Take the 2-minute tour ×
Physics Stack Exchange is a question and answer site for active researchers, academics and students of physics. It's 100% free, no registration required.

According to Ampere's Ciruital Law:

enter image description here

Now consider two straight wires, each carrying current I, one of infinite length and another of finite length l. If you need to find out magnetic field because of each, at a point (X) whose perpendicular distance from wire is d.

You get magnetic field as $\frac{\mu I}{2 \pi d}$. Same for both.


Magnetic field due to infinitely long wire is : $\frac{\mu I}{2 \pi d}$

Magnetic field due to wire of finite length l : $\frac{\mu I (\sin(P)+\sin(Q)) }{2 \pi d}$, where P & Q are the angles subtended at the point by the ends of the wire.

Why are we getting wrong value for using Ampere's circuit law?

share|improve this question
I try to check back on things like this, but to insure attention you can flag the post for the moderators. –  dmckee Aug 31 '11 at 16:34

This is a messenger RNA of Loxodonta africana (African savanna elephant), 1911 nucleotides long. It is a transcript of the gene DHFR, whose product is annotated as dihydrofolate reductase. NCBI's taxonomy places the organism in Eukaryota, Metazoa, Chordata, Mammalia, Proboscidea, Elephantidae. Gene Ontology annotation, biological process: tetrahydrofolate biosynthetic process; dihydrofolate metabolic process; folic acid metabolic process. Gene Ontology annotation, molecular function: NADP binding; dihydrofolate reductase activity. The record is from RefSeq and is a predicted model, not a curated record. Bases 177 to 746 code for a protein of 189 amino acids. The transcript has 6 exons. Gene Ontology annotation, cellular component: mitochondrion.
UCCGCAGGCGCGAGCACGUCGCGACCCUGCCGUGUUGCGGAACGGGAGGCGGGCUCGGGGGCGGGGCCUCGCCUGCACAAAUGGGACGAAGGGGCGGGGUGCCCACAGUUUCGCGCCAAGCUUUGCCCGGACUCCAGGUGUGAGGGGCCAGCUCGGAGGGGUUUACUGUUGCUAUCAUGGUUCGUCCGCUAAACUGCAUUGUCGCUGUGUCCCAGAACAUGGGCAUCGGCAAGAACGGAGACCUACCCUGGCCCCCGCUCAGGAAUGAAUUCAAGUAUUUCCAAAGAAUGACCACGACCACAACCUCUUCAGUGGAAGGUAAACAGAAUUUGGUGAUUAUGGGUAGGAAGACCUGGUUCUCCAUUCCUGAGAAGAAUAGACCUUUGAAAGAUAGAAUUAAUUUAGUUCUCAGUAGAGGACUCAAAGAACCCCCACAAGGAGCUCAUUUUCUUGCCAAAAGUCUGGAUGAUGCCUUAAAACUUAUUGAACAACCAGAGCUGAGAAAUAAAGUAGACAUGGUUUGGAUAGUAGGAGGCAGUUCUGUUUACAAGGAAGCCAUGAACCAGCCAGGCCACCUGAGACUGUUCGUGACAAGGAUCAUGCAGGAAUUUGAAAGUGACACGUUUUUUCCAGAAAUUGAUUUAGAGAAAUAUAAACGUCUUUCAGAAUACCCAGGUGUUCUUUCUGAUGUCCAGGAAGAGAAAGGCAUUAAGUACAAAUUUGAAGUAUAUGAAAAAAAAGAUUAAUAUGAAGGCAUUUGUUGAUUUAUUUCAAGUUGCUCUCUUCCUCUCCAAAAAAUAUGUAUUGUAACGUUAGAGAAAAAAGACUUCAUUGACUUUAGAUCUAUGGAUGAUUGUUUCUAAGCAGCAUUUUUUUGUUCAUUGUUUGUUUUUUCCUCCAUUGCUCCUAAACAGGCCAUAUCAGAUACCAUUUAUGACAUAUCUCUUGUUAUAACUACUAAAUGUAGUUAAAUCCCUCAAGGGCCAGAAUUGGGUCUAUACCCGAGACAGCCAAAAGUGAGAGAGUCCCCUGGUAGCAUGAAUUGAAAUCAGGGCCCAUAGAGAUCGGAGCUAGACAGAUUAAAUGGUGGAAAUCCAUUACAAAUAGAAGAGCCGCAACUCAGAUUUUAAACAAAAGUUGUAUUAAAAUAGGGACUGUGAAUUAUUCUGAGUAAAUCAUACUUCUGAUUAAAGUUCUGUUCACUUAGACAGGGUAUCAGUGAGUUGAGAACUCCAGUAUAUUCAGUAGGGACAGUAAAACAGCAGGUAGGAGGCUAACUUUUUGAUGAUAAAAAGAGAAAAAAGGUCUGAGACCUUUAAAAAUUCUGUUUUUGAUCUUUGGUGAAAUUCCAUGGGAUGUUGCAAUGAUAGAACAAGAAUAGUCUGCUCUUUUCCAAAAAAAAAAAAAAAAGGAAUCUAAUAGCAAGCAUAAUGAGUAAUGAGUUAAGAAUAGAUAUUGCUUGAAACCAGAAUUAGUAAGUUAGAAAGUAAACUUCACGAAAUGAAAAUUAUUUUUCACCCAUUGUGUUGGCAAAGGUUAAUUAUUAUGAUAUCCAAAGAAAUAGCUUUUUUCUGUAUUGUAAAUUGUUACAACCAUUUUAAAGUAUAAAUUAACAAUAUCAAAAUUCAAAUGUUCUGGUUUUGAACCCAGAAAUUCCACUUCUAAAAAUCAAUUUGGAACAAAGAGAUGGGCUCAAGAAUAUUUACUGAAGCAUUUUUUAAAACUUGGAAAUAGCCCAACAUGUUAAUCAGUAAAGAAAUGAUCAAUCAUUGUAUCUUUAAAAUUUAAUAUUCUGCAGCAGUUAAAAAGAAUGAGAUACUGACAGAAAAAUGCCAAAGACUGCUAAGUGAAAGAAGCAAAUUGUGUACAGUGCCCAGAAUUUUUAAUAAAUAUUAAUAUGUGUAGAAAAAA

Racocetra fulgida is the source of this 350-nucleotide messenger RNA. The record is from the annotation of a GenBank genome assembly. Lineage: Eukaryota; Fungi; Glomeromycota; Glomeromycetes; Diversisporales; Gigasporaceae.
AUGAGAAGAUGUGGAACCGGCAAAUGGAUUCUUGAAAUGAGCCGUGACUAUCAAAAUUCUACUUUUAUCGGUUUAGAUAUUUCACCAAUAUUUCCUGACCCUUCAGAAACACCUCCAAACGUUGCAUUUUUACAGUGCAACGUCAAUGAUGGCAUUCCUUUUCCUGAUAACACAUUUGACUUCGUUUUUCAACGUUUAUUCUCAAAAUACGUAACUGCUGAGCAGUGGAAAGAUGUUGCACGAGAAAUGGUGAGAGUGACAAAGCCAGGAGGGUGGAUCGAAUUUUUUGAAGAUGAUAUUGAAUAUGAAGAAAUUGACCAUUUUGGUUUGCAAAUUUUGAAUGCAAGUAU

1 Answer 1

up vote 0 down vote accepted

There are two things to notice here.

  1. You can only make the assignment $\oint \mathbf{B} \cdot dl = 2 \pi d B(d)$ if the situation is radially symmetric.
  2. In the case of a finite wire you either have charge building up at the ends or you have not specified the whole current distribution yet. Question: can you specify a radially symmetric return path and if so do you expected it make up the difference?
share|improve this answer

Your Answer


By posting your answer, you agree to the privacy policy and terms of service.

Not the answer you're looking for? Browse other questions tagged or ask your own question.